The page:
US newspaper The Washington Post published a report on the escalation of violence linked to drug trafficking in Costa Rica.
Costa Rica, the laid-back land of ‘pura vida,‘ succumbing to drug violence, narrates how the country’s conditions have been deteriorating, especially in coastal areas such as Puntarenas, where the story was published in the newspaper took place.
The report begins with the testimony of Maribel Sandí. This 59-year-old grandmother witnessed how a 21-year-old man was shot with an AK-47 assault rifle in a neighborhood located a few kilometers from Paseo de los Turistas, one of the most famous areas of Puntarenas.
Although Costa Rica has long been a model of progressive democracy in Latin America, the country is now grappling with a severe crisis. The journalist highlights that the country is immersed in escalating violence related to the international drug trafficking business.
“Now, this longtime refuge of tranquility is grappling with a jump in violence, driven by a little-remarked-on phenomenon that is bedeviling several Latin American countries. Once merely way stations for illegal drugs heading to the United States or Europe, they are suffering abuse problems of their own,” writer Mary Beth Sheridan stated.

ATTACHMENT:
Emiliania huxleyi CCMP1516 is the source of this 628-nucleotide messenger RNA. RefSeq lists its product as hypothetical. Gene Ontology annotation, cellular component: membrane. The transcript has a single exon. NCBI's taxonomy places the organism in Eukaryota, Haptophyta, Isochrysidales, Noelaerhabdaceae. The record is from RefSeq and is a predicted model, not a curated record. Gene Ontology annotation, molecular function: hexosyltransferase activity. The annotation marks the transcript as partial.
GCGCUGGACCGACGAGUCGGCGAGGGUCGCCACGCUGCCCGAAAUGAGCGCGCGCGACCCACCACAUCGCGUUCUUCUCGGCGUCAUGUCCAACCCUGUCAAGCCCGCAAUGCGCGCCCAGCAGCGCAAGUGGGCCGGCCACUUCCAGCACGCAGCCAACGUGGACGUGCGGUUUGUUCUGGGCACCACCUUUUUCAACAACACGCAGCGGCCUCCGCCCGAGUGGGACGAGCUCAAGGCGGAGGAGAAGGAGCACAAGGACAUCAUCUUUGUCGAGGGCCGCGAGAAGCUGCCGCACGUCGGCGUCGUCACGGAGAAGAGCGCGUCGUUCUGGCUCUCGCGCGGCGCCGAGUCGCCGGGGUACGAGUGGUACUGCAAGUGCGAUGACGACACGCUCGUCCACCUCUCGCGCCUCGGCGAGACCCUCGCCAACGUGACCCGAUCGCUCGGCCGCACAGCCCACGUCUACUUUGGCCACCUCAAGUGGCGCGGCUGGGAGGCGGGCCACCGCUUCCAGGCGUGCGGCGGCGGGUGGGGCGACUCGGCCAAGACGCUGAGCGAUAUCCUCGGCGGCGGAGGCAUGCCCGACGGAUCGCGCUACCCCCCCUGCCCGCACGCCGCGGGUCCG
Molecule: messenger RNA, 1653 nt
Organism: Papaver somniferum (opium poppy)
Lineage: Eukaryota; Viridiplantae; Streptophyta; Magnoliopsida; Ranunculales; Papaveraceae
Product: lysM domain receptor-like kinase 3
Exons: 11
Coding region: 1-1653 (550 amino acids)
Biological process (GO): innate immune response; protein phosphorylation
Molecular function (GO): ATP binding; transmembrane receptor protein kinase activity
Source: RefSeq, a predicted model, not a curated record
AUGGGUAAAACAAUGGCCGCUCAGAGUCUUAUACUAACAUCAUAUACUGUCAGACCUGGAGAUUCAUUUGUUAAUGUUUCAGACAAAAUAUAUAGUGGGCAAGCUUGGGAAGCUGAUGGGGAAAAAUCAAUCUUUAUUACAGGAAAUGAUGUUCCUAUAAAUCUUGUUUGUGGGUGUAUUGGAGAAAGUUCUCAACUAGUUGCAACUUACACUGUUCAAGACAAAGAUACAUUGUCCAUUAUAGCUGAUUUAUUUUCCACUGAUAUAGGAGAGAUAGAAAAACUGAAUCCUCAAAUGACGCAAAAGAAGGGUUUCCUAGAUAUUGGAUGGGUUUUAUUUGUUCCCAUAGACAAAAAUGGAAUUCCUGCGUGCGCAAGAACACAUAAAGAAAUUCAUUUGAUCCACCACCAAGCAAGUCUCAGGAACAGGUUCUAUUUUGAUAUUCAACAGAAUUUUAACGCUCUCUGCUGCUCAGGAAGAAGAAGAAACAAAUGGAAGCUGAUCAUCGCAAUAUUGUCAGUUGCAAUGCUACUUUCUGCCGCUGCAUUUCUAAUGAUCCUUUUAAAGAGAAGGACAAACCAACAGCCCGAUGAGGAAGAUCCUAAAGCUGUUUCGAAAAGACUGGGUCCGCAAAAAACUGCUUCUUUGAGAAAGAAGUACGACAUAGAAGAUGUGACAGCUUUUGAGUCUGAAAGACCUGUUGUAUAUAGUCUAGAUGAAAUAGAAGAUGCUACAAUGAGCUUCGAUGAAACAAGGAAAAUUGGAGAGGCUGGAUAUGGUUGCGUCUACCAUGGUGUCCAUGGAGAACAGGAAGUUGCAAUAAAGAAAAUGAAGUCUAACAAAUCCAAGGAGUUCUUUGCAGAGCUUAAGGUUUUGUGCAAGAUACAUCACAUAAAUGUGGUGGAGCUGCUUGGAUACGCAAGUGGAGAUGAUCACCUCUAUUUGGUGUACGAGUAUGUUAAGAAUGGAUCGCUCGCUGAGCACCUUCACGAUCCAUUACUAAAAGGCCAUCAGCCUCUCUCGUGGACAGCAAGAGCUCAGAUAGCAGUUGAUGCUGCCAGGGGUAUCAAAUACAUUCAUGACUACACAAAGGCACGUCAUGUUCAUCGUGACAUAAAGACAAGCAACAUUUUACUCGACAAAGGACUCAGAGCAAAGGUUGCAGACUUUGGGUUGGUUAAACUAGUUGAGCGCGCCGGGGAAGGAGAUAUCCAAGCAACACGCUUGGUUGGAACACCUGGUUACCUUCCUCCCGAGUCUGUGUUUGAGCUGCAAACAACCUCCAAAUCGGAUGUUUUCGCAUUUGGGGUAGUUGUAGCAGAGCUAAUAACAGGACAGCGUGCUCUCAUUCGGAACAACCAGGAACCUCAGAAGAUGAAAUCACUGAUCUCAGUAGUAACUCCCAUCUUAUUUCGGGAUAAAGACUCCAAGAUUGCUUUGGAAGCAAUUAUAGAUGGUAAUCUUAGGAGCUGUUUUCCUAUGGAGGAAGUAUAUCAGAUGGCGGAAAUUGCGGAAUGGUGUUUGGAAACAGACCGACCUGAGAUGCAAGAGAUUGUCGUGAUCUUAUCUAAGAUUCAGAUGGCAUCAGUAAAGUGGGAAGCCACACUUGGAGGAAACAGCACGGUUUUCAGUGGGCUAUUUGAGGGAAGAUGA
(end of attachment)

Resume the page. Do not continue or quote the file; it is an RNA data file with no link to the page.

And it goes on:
Drug addiction has become a serious problem. In fact, the newspaper explained that “cocaine and crack have overtaken marijuana as the second-most-common category of substances for which Costa Rican addicts are receiving treatment, after alcohol.”
In addition, the journalist pointed out Costa Rica’s high homicide rate in 2021 and informed the country reported a record of 656 murders.
“The expanding drug-addiction crises in Latin America are exacerbated by a lack of professional police, effective judicial systems, and treatment facilities,” she added.
Of course, not only Costa Rica is facing this problem. That is why former president Laura Chinchilla, who was consulted by the newspaper, indicated that cooperation between the various Central American countries is necessary to deal with this situation.
“We continue to live practically with the same anti-drug policy we designed 30 years ago,” she told The Washington Post.
Undoubtedly, a great effort is required to restore the ‘pura vida’ of a nation characterized by its peacefulness.